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The Obama administration announced Friday a temporary freeze, effective immediately, on new coal leases on federal land, the latest in a string of efforts to address climate change and transform the American energy sector.
The US Department of Interior will conduct for the first time in 30 years a review of its policies for leasing federal lands to coal companies.
"We have an obligation to current and future generations to ensure the federal coal program delivers a fair return to American taxpayers and takes into account its impacts on climate change," Interior Secretary Sally Jewell told reporters during a Friday conference call.
Jewell made clear that the pause would not immediately have "any impact whatsoever on coal production," noting the industry has enough coal in-hand to satisfy America's demand for the next 20 years. The United States produces just under 1 billion tons of coal per year, according to the Energy Information Administration — the lowest level since 1986.
The review comes days after Obama telegraphed the move in his State of the Union speech, when he told the nation he would "push to change the way we manage our oil and coal resources, so that they better reflect the costs they impose on taxpayers and our planet."
It's the latest effort to satisfy the president's Clean Power Plan, which requires a 32 percent reduction in US carbon emissions from 2005 levels by 2030. Republicans and some coal state Democrats fiercely oppose the plan.
The moratorium is the latest bit of bad news in what is a very rough patch for the coal industry, which has seen companies drop like flies. On Monday, Arch Coal, the second largest coal producer in the United States, became the fourth major coal company since July to file for bankruptcy, and the 50th American coal company to do so since 2012.
The review — officially called a Programmatic Environmental Impact Statement — allows the Interior Department to broadly examine the federal coal leasing program and to incorporate new environmental, health, and financial impacts. The current coal program charges a 12.5 percent royalty rate on surface-mined coal and 8 percent on coal mined underground, the lowest rate legally allowed.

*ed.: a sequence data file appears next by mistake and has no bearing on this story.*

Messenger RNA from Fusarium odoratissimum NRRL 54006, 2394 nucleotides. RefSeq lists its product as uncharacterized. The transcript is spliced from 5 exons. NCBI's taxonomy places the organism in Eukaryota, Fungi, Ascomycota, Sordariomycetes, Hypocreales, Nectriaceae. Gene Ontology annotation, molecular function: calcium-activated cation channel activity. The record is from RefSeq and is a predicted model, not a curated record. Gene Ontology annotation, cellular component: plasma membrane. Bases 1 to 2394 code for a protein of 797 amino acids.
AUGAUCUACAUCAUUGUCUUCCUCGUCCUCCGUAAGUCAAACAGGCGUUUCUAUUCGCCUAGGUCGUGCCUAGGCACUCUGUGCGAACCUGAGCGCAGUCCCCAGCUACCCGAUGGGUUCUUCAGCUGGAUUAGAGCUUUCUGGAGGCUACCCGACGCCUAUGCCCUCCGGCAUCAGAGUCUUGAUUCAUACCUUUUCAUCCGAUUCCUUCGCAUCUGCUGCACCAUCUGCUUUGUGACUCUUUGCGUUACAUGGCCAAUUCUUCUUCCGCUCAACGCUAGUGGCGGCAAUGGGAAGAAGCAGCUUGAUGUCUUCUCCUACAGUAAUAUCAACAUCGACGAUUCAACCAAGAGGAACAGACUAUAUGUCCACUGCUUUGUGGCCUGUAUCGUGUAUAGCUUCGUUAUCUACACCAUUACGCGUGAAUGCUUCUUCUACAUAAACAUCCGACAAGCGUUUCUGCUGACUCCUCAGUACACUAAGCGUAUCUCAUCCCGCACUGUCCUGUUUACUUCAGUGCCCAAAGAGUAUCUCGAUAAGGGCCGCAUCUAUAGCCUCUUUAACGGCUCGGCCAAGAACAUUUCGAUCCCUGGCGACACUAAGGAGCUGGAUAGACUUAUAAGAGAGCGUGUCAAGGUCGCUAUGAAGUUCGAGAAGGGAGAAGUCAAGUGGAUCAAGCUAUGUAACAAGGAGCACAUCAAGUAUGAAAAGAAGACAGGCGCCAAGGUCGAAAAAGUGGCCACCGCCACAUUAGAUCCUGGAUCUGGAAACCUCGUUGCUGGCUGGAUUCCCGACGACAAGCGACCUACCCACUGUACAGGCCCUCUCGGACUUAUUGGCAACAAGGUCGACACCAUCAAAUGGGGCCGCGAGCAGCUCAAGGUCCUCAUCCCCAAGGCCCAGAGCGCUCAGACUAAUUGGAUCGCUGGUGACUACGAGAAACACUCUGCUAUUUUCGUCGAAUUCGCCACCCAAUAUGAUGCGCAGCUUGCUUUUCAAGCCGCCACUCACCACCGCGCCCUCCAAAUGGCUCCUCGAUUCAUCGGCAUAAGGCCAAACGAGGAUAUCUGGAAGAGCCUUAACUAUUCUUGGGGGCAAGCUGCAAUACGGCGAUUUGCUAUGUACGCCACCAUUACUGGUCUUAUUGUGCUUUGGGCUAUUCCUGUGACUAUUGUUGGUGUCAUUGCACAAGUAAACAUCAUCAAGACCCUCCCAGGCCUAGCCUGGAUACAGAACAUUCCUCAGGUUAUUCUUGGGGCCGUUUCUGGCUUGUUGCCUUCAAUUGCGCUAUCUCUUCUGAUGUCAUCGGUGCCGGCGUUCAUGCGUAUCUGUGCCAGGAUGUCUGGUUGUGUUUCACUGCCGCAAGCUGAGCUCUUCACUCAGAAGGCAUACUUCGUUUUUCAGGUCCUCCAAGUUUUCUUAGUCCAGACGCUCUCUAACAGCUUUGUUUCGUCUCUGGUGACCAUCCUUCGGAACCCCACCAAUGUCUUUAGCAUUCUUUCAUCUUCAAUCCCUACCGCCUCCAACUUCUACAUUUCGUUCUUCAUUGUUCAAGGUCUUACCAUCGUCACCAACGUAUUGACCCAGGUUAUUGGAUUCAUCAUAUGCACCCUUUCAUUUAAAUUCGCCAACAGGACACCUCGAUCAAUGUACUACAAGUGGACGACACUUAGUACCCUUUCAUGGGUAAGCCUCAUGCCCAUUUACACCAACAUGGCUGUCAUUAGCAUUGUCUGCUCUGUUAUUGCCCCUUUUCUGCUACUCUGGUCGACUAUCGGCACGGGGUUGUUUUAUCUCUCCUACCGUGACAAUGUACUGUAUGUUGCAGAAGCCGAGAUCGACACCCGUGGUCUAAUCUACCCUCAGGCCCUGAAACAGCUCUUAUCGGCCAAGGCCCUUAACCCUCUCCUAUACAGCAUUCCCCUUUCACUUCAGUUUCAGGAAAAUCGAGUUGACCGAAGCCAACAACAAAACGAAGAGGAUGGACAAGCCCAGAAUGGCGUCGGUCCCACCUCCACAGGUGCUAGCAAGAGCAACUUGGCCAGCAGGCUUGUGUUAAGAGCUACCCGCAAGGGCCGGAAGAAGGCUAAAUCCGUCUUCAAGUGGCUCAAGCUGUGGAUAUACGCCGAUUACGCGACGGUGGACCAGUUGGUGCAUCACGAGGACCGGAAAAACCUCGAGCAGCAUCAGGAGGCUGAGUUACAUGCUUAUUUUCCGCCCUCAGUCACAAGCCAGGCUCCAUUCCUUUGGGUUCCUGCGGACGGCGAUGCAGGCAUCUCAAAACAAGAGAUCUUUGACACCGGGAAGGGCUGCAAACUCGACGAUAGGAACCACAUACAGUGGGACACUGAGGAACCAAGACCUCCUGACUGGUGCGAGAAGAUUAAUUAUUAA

Environmentalists have long argued that the rate is too low and taxpayers are being cheated, and they praised the administration's Friday move.
"For decades, coal companies have ripped 400 million tons of coal from our public lands every year, burning it in power plants, slowing clean energy development, hastening climate disruption, and polluting our communities," said Sierra Club Executive Director Michael Brune. "In reforming the federal coal leasing program and accounting for the full cost of coal on our health and our climate, President Obama and Secretary Jewell are saying that the American people no longer have to pay for this outdated, dysfunctional, and destructive program with their health or their wallets."
The move prompted fresh criticisms of the president's "war on coal" from Karen Harbert, president and CEO of the US Chamber of Commerce Institute for 21st Century Energy, who called the move "a foolish crusade".
Senator John Barrasso (R-Wyo.) echoed those concerns, saying in a statement that the administration is engaged "in a full-scale war with coal communities and families."
Congressman Rob Bishop, (R-UT), who chairs the House Natural Resources Committee, dismissed Obama's previous calls for an "all-of-the-above" energy strategy as an "election-year lie."
"Unfortunately, the president's bid to solidify his legacy with the extreme left will come at the expense of America's energy needs and will make the lives of people more expensive and more uncomfortable," Bishop said in a statement.
If the review leads to lasting policy change, it could enable drastic greenhouse gas emissions cuts. Last year, a study by the Center for Biological Diversity and Friends of the Earth found that banning new fossil fuel leases on public lands and oceans would keep upwards of 450 billion tons of planet-warming carbon pollution out of the atmosphere — about the same amount of pollution generated by 118,000 coal-fired power plants.
Randi Spivak, public lands director for the Center for Biological Diversity, said the review was an important step. But she stressed that "it can't end here," and called for a permanent ban on new coal leases for coal, oil and gas.
"Every ton of coal, every drop of oil that comes out of our public lands will be burned and worsen climate change - setting the state for more heat waves, freak storms, rising seas and droughts," Spivak said. "The Obama administration is moving in the right direction with this coal decision but we'll need more action and soon."
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